Used the big city opportunity to change more Dollars. Found a rate of 11.0-1 after a bit of a struggle searching. We lucked out and stumbled upon the “office” all the street touts were using. Even still the “blue” rate does indeed drop as you head south.

 

Money in hand, next up was a 615 km day to Santa Rosa. My dad has been following us closely watching as the SPOT tracker leaves its spots. Very closely. In fact I found a great way to see where I’d been and how close I was getting to catching Jayne was to check my dad’s Facebook.

 

dadmap1

 

 

Joe flows into Santa Rosa

Joe flows into Santa Rosa at sunset.

 

Public camping is free, complete with bbq facilities of course.

Public camping is free, complete with “asado” aka bbq facilities.

 

Didn’t explore much other than to find beer. As now standard: late evening arrival, street meet eat, and sleep.

How did we do with today’s ride dad?

 

Difference of a day!

As always met some great folks in each town we passed, a pleasant distraction from really our only daily tasks: filling with gas, eating, riding, sleeping.

 

After Santa Rosa was a 520km day of dead straight, dead boring riding to San Antonio Oeste. We rode dirt tracks through some kind of dumping grounds until we found a spot to camp on the other side. Got a touch stuck along the way.

Joe boycotts his kickstand while hunting for a camp spot.

Joe boycotts his kickstand while hunting for a camp spot.

Our first taste of camping in the notorious Patagonian winds.

Our first taste of camping in the notorious Patagonian winds. Unprotected, had to park the bike as a wind block for Joe’s tent. Vicious!

 

Our first (and only) attempt at an early start quashed by the common YPF gas line-up.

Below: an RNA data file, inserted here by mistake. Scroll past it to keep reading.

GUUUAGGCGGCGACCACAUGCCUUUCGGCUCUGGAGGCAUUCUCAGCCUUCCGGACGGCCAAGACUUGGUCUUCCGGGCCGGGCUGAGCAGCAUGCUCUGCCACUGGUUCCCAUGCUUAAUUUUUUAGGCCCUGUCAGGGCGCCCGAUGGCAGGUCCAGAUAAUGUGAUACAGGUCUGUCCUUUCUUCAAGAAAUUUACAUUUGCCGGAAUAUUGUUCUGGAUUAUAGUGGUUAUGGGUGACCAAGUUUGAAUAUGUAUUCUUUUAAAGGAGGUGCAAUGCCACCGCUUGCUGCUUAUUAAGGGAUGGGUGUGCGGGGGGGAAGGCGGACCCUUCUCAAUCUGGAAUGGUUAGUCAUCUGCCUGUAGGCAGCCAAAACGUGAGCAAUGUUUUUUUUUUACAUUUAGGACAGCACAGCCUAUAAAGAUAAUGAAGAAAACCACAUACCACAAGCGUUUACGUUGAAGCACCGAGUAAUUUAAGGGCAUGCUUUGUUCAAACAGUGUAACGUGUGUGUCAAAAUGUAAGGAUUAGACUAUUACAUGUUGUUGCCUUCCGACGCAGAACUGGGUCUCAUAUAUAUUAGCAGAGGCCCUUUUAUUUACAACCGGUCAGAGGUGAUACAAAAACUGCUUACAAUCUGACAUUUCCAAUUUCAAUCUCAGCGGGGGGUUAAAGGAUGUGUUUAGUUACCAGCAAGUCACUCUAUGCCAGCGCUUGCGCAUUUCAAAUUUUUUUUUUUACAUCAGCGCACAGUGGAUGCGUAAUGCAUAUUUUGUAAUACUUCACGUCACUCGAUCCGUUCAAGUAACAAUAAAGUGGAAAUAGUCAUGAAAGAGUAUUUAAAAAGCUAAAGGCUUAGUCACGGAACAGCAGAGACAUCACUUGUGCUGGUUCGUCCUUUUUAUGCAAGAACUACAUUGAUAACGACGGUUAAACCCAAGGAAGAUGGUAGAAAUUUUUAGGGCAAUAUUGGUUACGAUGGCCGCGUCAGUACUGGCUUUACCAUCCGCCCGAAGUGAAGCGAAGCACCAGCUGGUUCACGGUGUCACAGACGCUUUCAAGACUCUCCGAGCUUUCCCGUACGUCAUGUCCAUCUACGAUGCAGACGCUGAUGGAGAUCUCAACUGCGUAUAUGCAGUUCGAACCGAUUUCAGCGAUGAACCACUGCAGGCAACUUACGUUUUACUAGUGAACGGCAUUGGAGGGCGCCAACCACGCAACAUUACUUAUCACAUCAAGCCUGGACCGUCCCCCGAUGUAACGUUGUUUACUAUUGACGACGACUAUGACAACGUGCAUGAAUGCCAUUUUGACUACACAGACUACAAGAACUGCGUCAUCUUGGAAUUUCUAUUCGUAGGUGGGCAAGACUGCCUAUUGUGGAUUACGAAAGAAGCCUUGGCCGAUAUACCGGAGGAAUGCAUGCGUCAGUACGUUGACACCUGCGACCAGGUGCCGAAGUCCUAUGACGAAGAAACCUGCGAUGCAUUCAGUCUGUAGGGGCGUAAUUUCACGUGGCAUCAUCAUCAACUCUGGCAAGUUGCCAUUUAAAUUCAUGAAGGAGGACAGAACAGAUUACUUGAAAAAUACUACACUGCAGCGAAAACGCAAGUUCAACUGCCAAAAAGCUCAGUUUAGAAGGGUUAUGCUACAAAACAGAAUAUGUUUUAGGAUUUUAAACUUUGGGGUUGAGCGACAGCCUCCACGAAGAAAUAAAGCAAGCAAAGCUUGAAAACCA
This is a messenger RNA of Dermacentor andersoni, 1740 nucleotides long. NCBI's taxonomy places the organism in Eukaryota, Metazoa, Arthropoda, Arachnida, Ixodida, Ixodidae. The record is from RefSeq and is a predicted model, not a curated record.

Our first (and only) attempt at an early start quashed by the common YPF gas line-up.

 

After a late start out of Cordoba and late-ish from Santa Rosa, our “early start” out of San Antonio was delayed 45 minutes waiting to fill up. Gas stations here in Argentina, when they aren’t out of gas, ALWAYS have a line up. The price does seem to drop as you ride south though, which feels great on the old pocket-book.

I knew I was getting close to catching Jayne though. She had been travelling slowly and we had been rocketing along. Long days on the bike made it tough to walk long distances, apparently…

Oops... A moto is a kind of chair with wheels right?

Oops… A moto is a kind of chair with wheels right?

 

While inadvertently being dicks (honestly!) we made use of the fact that most YPF stations have free wifi, and checked what my dad’s Facebook had to say about how close we were to finally catching Jayne…

 

dad map 3

 

 

 

Motorcycle micro Minute:

 

Setting up shop I noticed my sub-frame has a bit of a shift to the left, to the left.

Always something: Not sure when or how it happened, but I noticed my sub-frame has a bit of a shift to the left, to the left.